In addition, the cloud offers cities the opportunity to run all their smart city applications from a single, common platform. Such a comprehensive platform makes it easier for users to learn how to use these applications, and also simplifies the management of these applications. Moreover, by breaking down application siloes, the cloud also supports better data integration. This integration can involve the transfer of data from one application into another, improving the value of that application. It can also involve the integration of data from multiple applications into single data analysis application than can be used to secure insights on how to improve the overall performance of all of a city’s applications. The cloud is one technology, here today, that can speed the deployment of smart city applications.

Using LPWA to lower costs and expand coverage

LPWA wireless networking is another technology the IoT industry should educate cities on if they hope to speed the adoption of smart city applications. Designed specifically for IoT, LPWA provides greater coverage than existing cellular data technologies. This is a particularly important consideration for smart city applications, where these applications often need to connect to devices in basements, under manhole covers, or in other places that are difficult for other cellular data networks to reach.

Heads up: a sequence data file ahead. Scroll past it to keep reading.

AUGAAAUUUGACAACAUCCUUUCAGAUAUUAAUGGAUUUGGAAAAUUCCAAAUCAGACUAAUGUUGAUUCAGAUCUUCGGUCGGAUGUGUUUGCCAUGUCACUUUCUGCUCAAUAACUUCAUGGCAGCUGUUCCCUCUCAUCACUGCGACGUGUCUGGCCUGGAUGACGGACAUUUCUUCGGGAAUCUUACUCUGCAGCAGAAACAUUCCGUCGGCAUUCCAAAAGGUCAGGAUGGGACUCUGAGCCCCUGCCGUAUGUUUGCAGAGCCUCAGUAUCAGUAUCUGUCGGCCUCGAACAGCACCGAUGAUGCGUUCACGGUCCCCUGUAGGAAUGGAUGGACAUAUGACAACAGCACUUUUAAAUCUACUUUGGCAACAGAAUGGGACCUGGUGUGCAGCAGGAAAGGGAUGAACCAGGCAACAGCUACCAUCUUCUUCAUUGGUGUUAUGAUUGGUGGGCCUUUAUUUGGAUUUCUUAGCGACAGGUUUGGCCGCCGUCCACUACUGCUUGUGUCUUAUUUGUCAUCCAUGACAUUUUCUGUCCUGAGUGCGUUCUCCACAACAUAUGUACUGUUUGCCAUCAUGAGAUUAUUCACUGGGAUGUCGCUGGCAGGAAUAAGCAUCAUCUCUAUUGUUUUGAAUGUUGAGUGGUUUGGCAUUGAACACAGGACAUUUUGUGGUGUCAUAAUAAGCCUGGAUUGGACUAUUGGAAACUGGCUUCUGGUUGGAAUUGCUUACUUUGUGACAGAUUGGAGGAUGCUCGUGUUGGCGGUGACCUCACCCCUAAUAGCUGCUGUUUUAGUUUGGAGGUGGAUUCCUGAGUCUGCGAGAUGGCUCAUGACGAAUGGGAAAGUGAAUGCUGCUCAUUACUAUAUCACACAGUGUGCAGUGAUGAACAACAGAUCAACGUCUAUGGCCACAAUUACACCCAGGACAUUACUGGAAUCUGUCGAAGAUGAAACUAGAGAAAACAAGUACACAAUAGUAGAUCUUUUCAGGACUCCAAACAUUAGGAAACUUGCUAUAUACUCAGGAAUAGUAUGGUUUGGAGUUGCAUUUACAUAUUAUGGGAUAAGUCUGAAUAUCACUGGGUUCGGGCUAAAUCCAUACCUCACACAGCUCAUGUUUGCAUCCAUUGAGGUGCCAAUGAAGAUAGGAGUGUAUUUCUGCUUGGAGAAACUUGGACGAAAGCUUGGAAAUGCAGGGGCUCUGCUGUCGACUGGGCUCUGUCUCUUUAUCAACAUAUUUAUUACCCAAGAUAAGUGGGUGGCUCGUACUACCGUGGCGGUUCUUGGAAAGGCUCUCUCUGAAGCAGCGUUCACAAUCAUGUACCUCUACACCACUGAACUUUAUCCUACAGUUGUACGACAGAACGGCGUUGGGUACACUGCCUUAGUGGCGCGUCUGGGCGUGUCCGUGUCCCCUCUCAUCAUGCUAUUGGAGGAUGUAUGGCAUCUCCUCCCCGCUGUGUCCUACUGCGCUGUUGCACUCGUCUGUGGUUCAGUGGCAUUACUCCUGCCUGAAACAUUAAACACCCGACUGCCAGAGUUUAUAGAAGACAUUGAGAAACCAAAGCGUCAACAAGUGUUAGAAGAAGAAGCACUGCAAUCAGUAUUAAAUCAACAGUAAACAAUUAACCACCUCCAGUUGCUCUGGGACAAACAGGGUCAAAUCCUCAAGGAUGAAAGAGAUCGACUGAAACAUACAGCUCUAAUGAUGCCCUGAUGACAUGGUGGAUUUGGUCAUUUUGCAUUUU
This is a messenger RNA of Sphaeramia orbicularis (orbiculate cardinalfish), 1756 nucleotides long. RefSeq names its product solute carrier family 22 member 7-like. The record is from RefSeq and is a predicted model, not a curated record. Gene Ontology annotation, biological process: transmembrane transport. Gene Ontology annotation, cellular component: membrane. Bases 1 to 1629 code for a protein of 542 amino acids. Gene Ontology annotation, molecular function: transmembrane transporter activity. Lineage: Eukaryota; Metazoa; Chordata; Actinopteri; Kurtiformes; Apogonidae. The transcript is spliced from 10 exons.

In addition, integrating LPWA connectivity into devices is less expensive than other cellular data technologies, helping drive down the cost of these devices — a particularly important consideration for cash-strapped municipalities. LPWA also uses less energy than conventional cellular technologies, meaning that it is easier to install in places where there is no access to electricity, and the device must depend on a battery for its energy.

Moreover, LPWA’s low power requirements mean that these devices can run for a decade or more on just one battery. As a result, cities do not have to try to replace devices or device batteries on a frequent basis — further reducing the ongoing maintenance costs of smart city applications. In addition, because LPWA uses established and proven networks, it avoids costly and time-consuming new greenfield infrastructure deployments, a key factor in cities’ project decision-making processes. LPWA enables wider deployment of smart city applications, while at the same time reducing deployment and maintenance costs, helping make smart city applications more valuable, efficient and attractive to cities.